June in your container garden

#1

How are things growing and doing in your container garden this month? Are you getting much to pick and eat yet?

Here in Newcastle it has been overcast a lot, persistently windy, very wet and cold at night. My French and runner beans that were recently put out are struggling (they hate the cold and the wind) and the tomatoes have rather stalled.

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These tomatoes are in good compost - they are just unhappy because of the cold, which I think makes it hard for them to get all the nutrients they need (hence the yellow leaves). Hopefully they’ll come round in warmer weather.

Better news is that most of the herbs are happy and healthy, and we are eating a lot of herby salads at the moment - add handfuls of mint, oregano, parsley, chives and tarragon.

Here is some oregano, savory, lemon verbena, hot lips salvia and lemon thyme.

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#2

Here in North County Dublin we are having what one friend describes as a pretty typical April. No sign of May and June yet. Lettuce and brassicas are very happy, as are broad beans, but the runner beans and French beans are just sitting looking miserable and cucumbers, courgettes and pumpkins are making make flowers as fast as they can on tiny plants, presumably in the hope there is a healthy female flower out there somewhere to pollinate. Which isn’t going to happen since all the pollinators have gone AWOL this year. Very noticeable out along the country hedgerows where not even the elder is setting fruit.

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#3

Here in southwestern Scotland i have been harvesting too much lettuce. The first straight and round courgettes and some peas and small broadbeans . I have harvested my Germidour garlic which is during in the rack. A reasonable harvest, some big ones and small ones. I also have harvested the Arran Pilot potatoes. Acceptable yield of 529 grams from 1 bucket. Also I have harvested my first 2 small Kohlrabi (green). My outdoor tomatoes are during the night and rain back indoors. Greenhouse tomatoes are doing ok. My Onions are starting to flop down so I could harvest them soon. Some of my winter squash is not growing much but others are fine. My field beans are not doing great. I had to sow some (indoors) and some of he earlier ones are starting to get yellow. My runner beans are slightly better.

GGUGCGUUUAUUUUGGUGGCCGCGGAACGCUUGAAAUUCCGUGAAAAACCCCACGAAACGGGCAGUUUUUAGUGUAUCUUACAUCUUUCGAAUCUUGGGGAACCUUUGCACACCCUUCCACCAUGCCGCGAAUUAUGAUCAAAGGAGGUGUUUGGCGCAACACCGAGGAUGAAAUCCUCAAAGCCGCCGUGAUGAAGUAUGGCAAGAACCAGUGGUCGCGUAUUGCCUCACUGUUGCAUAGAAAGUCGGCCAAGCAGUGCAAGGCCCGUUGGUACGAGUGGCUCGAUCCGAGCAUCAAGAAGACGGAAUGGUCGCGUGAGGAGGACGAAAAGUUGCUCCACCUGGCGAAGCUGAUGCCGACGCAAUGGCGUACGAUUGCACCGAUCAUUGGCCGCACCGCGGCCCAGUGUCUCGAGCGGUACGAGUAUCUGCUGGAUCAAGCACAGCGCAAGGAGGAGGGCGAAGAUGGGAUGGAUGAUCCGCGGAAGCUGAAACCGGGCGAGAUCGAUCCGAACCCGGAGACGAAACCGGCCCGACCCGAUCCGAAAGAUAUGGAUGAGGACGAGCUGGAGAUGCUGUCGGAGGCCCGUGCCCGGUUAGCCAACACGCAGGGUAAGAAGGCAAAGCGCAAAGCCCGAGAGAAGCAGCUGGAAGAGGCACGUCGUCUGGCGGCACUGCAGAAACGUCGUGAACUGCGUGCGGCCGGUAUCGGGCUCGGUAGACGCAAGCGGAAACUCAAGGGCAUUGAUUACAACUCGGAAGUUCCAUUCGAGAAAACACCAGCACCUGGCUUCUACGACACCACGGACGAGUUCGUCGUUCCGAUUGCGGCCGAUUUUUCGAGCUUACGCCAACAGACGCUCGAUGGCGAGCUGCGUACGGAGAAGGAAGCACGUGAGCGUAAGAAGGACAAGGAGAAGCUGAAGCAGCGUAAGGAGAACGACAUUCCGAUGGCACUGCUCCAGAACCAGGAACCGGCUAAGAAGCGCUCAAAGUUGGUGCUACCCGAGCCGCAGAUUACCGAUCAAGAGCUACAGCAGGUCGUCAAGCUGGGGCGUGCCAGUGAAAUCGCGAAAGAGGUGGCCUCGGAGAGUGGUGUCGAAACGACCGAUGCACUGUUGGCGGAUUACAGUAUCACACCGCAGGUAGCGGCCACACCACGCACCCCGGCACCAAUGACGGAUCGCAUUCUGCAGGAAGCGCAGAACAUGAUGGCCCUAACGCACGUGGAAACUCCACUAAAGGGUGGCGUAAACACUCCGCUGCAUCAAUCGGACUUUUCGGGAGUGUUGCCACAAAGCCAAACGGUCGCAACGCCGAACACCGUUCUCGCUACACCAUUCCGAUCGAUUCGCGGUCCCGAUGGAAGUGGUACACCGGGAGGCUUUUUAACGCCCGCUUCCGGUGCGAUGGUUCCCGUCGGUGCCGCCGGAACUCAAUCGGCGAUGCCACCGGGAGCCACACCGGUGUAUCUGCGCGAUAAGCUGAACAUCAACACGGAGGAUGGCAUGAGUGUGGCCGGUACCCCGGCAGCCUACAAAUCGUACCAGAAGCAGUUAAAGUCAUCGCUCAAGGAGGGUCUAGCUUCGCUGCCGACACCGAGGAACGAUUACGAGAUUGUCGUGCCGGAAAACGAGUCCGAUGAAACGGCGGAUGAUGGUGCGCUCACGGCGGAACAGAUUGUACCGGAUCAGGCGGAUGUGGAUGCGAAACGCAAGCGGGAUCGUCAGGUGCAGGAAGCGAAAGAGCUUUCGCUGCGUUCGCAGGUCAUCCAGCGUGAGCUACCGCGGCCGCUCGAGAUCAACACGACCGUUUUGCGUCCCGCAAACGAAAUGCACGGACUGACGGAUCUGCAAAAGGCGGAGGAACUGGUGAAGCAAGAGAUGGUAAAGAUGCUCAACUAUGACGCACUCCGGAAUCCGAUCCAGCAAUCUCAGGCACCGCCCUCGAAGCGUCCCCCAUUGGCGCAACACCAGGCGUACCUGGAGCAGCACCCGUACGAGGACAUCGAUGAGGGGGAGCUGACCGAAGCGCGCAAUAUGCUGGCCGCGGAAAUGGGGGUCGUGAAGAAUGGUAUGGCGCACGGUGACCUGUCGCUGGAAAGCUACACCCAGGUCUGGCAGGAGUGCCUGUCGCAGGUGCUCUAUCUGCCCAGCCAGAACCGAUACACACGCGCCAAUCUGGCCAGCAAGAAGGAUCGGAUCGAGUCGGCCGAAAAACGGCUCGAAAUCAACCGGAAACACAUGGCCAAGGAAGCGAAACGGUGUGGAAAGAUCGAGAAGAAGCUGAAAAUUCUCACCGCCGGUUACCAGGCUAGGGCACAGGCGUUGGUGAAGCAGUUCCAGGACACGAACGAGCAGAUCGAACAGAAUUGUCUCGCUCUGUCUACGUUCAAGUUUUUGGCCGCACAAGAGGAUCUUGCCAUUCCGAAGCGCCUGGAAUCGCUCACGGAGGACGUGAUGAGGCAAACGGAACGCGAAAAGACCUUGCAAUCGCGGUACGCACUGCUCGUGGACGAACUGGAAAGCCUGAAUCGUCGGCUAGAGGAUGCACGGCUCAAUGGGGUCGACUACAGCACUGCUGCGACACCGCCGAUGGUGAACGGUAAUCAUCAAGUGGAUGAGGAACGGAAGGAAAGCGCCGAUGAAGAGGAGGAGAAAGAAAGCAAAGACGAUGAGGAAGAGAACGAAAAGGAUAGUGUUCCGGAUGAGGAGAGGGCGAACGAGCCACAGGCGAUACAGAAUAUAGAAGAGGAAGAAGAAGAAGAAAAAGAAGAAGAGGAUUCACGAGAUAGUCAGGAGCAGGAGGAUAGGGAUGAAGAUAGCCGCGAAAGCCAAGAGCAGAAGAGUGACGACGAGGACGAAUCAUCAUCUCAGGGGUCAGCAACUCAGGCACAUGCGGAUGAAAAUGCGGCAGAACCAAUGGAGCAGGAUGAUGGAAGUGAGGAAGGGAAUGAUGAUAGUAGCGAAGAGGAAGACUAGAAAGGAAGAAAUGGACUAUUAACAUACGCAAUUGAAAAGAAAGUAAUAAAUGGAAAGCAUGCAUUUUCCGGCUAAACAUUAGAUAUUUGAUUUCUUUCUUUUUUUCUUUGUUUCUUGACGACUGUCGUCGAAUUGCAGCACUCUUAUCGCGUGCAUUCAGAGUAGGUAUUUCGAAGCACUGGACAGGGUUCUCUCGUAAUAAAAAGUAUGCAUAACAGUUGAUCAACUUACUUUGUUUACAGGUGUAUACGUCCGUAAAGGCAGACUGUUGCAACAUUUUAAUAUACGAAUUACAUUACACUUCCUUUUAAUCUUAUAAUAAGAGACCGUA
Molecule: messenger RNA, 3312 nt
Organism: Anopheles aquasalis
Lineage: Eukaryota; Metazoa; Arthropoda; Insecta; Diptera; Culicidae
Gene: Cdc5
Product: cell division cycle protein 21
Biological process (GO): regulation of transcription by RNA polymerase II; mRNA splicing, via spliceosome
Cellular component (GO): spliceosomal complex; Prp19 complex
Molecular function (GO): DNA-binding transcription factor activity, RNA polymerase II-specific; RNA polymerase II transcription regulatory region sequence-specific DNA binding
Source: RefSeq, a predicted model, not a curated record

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#4

In southwest British Columbia Canada, I’m struggling to grow in a variety of pots what I expected to grow in three large garden spaces I’d enriched over the past 7 years. Construction continues, dirt/mud/dust is everywhere around the house I rent. BUT, I have one blueberry plant with lots and lots of blueberries blueing up, I’ve snipped lots of chives and verbena, the peas and beans are running now that it’s warmer - 12C at night, 19-22C in the day. The tomatoes are hunched down - they want a much sunnier spot to grow in! They do have a dozen flowers so far but I’d expected better of them. Still, I’m relatively satisfied considering the limitations this year. Today it’s sunny with a bit of cloud, and this weekend there will finally be some rain - we’re overdue for rain. Cheers.

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#5

I have picked chards, spinach, ripple-grass, reddish, alfalfa and herbs (sage, thyme, rosemary, parsley). Very happy with that :smiley:. And my tomato plant is doing well. On the contrary I fear for my strawberries. They are infected by a fungus. I hope that not all my plants are infected. It was rainy weather and maybe I over watered them. When it became warmer some kind of moth found my spinach and chards but I already harvested a lot.The nasturtium also had a moth but I think it is growing well.